The Coming Year
One may hope that the year ahead will contain few surprises such as the one which greeted most members of the Senate on the first day back from the Christmas recess. With notice of a day or two, Senators found themselves facing one of the most complex pieces of legislation they may ever have to vote upon. S. 1437, this year's version of the controversial S. 1 of ill fame, is a revision of the US Criminal Code, which has been accumulating in a rather random fashion for almost 200 years.
S. 1 had a number of provisions which alarmed civil libertarians, and was controversial enough never to get out of the Senate Judiciary Committee. S. 1437 was the result of compromise sessions presided over by Sen. Ted Kennedy (D-MA) and the late Sen. John McClellan (D-AR). The result was an improvement over S. 1, but most Senators thought they would have more time to peruse its 382 pages before having to vote. But Kennedy and Strom Thurmond (R-SC) got together with Senate Majority Leader Robert Byrd (D-WV) to push immediate consideration on the first day back from vacation.
The measure passed with few amendments. It now goes to the House, where the Judiciary Committee is expected to look long and hard at it, and be more open to suggestions from civil libertarians than was the Senate.
Aside from that little shocker there are likely to be few surprises in this election year. A desultory debate over the Panama Canal and a tax cut are likely. Maybe energy, maybe not. Maybe Koreagate.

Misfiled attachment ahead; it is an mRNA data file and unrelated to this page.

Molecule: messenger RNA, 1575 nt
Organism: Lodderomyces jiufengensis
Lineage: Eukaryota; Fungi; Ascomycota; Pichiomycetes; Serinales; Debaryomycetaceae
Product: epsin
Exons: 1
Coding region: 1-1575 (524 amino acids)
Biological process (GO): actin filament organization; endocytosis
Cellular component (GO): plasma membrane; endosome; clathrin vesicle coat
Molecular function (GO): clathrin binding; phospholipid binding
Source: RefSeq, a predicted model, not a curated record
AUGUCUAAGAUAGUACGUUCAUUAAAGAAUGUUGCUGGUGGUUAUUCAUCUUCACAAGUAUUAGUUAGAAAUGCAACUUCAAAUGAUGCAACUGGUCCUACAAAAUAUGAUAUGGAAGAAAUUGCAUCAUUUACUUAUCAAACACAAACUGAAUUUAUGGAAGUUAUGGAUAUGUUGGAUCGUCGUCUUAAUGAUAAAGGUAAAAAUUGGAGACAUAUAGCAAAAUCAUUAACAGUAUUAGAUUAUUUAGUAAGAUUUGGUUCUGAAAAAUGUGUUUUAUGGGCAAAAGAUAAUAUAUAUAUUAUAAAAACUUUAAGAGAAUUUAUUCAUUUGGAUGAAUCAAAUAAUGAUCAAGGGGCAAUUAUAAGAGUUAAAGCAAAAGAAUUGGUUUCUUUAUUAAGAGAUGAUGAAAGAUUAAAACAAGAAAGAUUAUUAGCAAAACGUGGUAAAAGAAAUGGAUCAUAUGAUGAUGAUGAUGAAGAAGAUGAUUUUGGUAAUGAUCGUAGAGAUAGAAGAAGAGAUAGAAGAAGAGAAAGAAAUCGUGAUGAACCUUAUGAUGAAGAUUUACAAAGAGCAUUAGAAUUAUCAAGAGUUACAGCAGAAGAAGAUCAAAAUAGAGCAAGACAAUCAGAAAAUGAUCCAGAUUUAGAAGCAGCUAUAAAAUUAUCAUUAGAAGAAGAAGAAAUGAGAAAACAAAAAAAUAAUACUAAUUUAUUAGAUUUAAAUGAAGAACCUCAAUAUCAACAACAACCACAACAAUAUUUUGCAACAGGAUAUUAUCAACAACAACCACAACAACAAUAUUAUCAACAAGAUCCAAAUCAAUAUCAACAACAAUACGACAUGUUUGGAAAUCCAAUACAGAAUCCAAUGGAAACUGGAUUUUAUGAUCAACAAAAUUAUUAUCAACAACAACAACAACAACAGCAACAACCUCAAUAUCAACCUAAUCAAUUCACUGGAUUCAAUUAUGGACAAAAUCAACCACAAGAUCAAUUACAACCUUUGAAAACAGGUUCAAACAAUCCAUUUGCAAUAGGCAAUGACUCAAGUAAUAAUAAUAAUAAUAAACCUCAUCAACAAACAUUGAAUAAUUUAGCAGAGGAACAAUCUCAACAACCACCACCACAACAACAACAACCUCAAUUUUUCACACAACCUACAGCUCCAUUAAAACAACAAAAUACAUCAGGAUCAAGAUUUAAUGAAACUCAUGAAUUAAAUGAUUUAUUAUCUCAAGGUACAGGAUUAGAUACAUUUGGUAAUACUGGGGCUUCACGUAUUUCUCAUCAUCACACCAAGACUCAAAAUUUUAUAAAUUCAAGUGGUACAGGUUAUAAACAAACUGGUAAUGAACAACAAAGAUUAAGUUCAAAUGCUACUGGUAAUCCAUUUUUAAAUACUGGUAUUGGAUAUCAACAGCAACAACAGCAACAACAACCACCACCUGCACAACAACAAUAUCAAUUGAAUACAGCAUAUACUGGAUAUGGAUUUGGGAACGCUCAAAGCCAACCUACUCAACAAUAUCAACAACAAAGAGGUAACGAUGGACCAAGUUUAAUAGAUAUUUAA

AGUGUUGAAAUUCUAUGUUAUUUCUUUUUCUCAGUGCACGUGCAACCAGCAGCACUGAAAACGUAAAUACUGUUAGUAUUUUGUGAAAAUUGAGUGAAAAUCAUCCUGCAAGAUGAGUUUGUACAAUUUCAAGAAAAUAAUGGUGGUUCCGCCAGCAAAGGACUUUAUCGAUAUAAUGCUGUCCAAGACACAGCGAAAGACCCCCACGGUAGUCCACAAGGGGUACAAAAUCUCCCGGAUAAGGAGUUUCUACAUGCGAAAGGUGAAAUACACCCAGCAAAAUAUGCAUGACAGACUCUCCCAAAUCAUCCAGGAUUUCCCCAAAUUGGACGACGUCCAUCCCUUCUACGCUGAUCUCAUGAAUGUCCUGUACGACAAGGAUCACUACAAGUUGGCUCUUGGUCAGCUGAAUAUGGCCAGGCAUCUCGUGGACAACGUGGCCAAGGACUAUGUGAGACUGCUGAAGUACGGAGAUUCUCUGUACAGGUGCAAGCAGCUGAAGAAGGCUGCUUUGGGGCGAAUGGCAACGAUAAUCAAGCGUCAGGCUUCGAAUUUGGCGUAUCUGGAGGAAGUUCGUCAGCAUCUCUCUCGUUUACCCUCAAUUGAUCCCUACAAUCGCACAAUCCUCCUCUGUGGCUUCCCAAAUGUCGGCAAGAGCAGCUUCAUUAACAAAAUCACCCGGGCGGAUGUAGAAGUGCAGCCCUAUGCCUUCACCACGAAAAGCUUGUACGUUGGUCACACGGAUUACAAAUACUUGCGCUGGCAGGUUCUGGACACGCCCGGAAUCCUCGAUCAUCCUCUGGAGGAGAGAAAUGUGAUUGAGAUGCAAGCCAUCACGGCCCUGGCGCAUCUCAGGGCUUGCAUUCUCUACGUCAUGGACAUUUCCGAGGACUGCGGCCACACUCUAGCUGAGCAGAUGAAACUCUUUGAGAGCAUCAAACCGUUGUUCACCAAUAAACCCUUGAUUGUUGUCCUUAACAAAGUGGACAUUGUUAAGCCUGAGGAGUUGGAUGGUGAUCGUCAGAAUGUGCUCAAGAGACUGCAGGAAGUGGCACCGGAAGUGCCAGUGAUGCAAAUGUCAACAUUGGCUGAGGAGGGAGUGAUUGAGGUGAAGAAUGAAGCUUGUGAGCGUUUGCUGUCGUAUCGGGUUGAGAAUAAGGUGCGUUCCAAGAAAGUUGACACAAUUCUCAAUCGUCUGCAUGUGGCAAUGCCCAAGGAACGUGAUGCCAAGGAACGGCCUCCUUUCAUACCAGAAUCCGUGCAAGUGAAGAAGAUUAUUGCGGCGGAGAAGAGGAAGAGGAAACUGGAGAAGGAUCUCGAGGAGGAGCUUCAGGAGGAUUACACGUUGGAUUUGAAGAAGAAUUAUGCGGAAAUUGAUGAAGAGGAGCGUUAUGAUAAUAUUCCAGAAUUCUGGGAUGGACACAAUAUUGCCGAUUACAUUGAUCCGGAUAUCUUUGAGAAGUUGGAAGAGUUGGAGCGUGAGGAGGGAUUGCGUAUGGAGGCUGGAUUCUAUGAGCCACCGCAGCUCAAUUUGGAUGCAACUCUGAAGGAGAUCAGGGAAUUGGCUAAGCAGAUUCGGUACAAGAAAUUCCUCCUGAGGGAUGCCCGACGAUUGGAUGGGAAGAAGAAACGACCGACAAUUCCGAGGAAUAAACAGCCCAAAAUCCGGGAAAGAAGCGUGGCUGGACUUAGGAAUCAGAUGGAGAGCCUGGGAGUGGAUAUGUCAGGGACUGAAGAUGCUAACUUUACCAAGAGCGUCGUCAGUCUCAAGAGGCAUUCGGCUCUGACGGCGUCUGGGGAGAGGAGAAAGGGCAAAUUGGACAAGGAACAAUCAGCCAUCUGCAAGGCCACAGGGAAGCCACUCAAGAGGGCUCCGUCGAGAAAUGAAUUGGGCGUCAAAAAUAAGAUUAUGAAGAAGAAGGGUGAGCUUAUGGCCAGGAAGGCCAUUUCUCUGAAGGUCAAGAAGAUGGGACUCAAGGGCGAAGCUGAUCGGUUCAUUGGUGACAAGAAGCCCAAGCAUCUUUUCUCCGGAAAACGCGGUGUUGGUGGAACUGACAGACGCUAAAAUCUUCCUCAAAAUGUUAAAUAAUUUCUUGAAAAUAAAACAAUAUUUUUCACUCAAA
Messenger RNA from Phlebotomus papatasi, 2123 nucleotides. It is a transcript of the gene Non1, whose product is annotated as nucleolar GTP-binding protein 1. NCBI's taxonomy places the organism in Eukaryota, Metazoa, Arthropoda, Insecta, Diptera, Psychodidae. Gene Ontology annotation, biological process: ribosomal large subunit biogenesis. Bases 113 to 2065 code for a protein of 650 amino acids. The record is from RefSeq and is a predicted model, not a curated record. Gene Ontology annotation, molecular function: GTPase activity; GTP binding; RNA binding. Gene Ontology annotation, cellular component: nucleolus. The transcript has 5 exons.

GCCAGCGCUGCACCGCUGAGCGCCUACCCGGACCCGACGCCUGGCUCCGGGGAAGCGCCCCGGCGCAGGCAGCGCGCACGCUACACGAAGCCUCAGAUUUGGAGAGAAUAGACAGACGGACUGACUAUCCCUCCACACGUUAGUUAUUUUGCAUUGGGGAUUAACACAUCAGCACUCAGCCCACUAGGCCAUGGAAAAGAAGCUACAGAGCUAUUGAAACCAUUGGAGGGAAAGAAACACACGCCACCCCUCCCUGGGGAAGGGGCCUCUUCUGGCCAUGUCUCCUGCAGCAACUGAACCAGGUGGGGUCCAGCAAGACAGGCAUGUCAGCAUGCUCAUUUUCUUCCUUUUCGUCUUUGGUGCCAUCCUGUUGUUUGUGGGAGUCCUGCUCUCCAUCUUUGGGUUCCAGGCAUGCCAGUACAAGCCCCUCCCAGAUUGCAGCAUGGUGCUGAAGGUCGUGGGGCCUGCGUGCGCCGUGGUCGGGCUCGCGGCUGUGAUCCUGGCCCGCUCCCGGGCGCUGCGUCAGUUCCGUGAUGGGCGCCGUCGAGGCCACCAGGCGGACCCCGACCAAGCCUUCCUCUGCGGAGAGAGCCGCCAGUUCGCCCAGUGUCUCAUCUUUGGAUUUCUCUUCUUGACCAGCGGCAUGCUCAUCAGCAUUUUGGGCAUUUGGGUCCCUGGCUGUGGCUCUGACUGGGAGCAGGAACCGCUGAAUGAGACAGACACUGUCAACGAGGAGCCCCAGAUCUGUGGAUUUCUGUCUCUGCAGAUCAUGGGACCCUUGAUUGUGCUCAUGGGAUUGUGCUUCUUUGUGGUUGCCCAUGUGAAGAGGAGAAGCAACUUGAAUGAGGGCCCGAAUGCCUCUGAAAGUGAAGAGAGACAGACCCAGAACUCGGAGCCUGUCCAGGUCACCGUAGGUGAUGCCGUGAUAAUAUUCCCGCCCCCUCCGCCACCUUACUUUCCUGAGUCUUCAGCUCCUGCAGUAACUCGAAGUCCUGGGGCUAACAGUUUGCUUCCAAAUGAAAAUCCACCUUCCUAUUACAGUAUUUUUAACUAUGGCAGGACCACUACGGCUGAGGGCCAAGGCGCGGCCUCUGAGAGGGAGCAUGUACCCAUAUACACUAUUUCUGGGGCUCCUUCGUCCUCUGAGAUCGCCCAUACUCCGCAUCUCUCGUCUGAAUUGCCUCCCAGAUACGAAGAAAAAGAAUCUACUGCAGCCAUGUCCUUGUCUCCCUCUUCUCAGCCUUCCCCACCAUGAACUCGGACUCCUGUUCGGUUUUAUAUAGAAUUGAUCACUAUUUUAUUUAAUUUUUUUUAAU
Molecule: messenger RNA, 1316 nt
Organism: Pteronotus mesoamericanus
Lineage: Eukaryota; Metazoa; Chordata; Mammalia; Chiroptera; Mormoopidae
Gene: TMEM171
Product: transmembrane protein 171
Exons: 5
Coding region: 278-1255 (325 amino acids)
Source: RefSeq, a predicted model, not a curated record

Relations between President Carter and Congress are unlikely to improve appreciably. There will be election-year protestations of undying love among Democrats, but Carter came into office while Congress was riding a wave of self assertiveness. In response to Vietnam, Watergate and Nixon, Congress has been flexing its muscles (such as they are) lately, and seems to be in a relatively long-term wave of relative assertiveness vis a vis the Executive Branch. Carter's inexperience and arrogance compounded the situation, but it is unlikely that even a Democrat with Congressional experience would have fared much better.
If there is a war or a widely shared perception of national crisis (such as Carter tried and failed to induce regarding energy) the power pendulum will probably swing back to the Executive. But for now the Legislative Branch is feeling its oats. That should be good news for those who propose decentralizing alternatives.
Airline Deregulation (Again)
A Senate vote on airline regulatory reform is likely sometime late in February (it will probably have occurred by the time this is printed). Assuming that the Senate passes an acceptable bill the action will move to the House. The Aviation Subcommittee of the House Public Works Committee has jurisdiction. Chairman of the subcommittee is Glenn Anderson (D-CA) who supports reform, and whose bill will probably serve as the mark-up vehicle, though Rep. Phil Crane (R-IL) has introduced a more far-reaching reform measure.